"Am I a tolerable master of the sciences? Have I gone through the very gate of them, logic? If not, I am not likely to go much farther, when I stumble at the threshold. Do I understand it so as to be ever the better for it? to have it always ready for use; so as to apply every rule of it, when occasion is, almost as naturally as I turn my hand? Do I understand it at all? Are not even the moods and figures above my comprehension? Do not I poorly endeavour to cover my ignorance, by affecting to laugh at their barbarous names? Can I even reduce an indirect mood to a direct; a hypothetic to a categorical syllogism? Rather, have not my stupid indolence and laziness made me very ready to believe what the little wits and pretty gentlemen affirm, “that logic is good for nothing?” It is good for this at least, (wherever it is understood,) to make people talk less; by showing them both what is, and what is not, to the point; and how extremely hard it is to prove anything. Do I understand metaphysics; if not the depths of the Schoolmen, the subtleties of Scotus or Aquinas, yet the first rudiments, the general principles, of that useful science? Have I conquered so much of it, as to clear my apprehension and range my ideas under proper heads; so much as enables me to read with ease and pleasure, as well as profit, Dr. Henry More’s Works, Malebranche’s “Search after Truth,” and Dr. Clarke’s “Demonstration of the Being and Attributes of God?” Do I understand natural philosophy? If I have not gone deep therein, have I digested the general grounds of it? Have I mastered Gravesande, Keill, Sir Isaac Newton’s Principia, with his “Theory of Light and Colours?” In order thereto, have I laid in some stock of mathematical knowledge? Am I master of the mathematical A B C of Euclid’s Elements? If I have not gone thus far, if I am such a novice still, what have I been about ever since I came from school?"

    These rhetorical questions all seem to point to Wesley's desire that we use our reason, in all dimensions, in ministry.

    Tom

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  4. Thanks, Tom.

    I am hardly a Wesley historian and as has been shown countless times before, Wesley said a whole lot. It seems likely that if one finds Wesley to say something on one side of an argument, another can find him to say something on the other (on the authority of scripture, for one).

    I don't think either Wesley in the one quote I gave nor my response to it is dismissing reason: not at all. After all, it is one of the legs of the footstool.

    Yet, so much of contemporary faith discussion doesn't simply use reason; rather, it insists on sound conclusive reasoning in almost all circumstances. Mystery, conflict, doubt, and disagreement are seen as enemies to "true faith," whether in word or in practice. The modern age has crafted this kind of thinking.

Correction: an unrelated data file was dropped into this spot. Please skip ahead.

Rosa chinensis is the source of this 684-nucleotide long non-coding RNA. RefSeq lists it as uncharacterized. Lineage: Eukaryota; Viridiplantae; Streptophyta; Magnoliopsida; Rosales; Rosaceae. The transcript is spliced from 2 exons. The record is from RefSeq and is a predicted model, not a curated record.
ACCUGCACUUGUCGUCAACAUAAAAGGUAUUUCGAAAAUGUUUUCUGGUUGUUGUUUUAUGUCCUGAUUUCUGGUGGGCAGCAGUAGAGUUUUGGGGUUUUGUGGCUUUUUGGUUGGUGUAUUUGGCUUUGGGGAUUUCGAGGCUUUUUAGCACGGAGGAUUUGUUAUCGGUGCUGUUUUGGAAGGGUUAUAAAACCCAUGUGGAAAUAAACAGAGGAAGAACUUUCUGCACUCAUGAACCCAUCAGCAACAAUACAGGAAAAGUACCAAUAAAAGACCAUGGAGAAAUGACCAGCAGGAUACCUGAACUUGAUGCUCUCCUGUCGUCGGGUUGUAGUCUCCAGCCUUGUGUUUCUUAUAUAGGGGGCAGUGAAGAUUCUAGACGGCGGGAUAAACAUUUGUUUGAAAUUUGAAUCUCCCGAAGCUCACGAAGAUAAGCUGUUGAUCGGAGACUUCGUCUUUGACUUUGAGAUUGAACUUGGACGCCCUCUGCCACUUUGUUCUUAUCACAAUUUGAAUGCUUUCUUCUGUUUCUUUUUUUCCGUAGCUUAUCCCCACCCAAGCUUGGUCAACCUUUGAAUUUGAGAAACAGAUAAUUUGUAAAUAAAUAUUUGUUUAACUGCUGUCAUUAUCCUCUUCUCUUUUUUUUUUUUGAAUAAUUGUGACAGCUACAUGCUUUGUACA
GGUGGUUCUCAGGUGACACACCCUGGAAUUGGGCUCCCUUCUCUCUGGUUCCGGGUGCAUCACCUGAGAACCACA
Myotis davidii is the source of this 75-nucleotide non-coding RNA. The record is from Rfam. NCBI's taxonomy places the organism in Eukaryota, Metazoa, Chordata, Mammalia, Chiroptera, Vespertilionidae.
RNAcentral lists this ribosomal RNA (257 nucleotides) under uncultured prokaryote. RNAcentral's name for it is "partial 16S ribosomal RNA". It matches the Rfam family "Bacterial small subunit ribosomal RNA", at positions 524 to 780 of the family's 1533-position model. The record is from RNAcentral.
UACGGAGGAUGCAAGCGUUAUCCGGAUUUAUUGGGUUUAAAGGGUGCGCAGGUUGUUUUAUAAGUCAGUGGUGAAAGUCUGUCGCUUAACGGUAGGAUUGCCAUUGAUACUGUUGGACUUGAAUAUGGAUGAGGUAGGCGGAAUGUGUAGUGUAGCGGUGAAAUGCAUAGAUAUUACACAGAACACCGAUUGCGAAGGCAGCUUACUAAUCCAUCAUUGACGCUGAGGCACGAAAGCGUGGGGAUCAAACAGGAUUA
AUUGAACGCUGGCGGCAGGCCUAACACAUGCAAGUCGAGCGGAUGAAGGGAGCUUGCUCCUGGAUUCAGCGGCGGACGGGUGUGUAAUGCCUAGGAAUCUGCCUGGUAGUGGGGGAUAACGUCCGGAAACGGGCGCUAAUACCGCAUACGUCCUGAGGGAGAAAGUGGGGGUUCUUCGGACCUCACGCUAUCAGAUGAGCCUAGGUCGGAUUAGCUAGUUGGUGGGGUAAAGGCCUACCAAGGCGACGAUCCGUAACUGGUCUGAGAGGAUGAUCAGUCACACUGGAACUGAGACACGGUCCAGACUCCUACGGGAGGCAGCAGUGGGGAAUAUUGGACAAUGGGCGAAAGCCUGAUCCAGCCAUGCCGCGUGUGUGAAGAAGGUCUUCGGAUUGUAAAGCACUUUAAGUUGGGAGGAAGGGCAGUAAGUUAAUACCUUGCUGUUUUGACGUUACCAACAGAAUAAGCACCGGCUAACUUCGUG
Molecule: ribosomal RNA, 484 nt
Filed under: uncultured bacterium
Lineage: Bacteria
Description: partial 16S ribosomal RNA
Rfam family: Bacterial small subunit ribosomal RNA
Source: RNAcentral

I reject it.

    This is not to say that I reject reason, but that it is a servant to faith and not a master.

    And while ministers are of faith, it might be notable if what you gave from Wesley was for ministers and not all saints. Pastors, theologians, etc. should indeed be able to stand and speak reasonably. But to put stumbling blocks of knowledge before all saints may put us on dangerous grounds. I have no desire to deconstruct the faith of the 85 year old who believes in young earth creation. I value that the CotN has space for both (at least...in word we do). I know that Karl disagrees with this notion and wouldn't be surprised if you did too. But I think we agree that our highest goal is charity in Christ, not agreement in reason.

    What I like about Wesley's statement is 1. That it acknowledges that faith in God can't be completely ("in perfection") fulfilled by reason, despite our often borderline idolatrous efforts to do so; and 2. That it provides that the individual must take these things into account for oneself, without necessarily bashing another.

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  5. I like what you say here, Jeremy. Reason alone won't work, in part because "pure reason" is probably a myth.

    One more thing, you probably know that the Wesleyan quadrilateral was something Albert Outler forwarded to capture what he thought was the heart of Wesley's method. I think it's a pretty good tool, but Wesley never put all four elements together in one sentence to argue for a Quadrilateral.

    Interestingly, however, he most often cited scripture and reason together. In fact, he appealed to the Bible and reason more often than any other pair (or trio) of elements that comprise the quadrilateral.

    For what it's worth,

    Tom

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  6. I did know it wasn't Wesley himself, but didn't know it was Outler (I mean to say that I knew that it wasn't prescriptive from Wesley, but descriptive of him). I also prefer the footstool description, but I'm not sure who first came up with that (I first heard it from Tom Noble, I believe).

    I wonder what Maddox would say. Maybe I should read his book. :-)

    Anyway, thanks for the dialogue!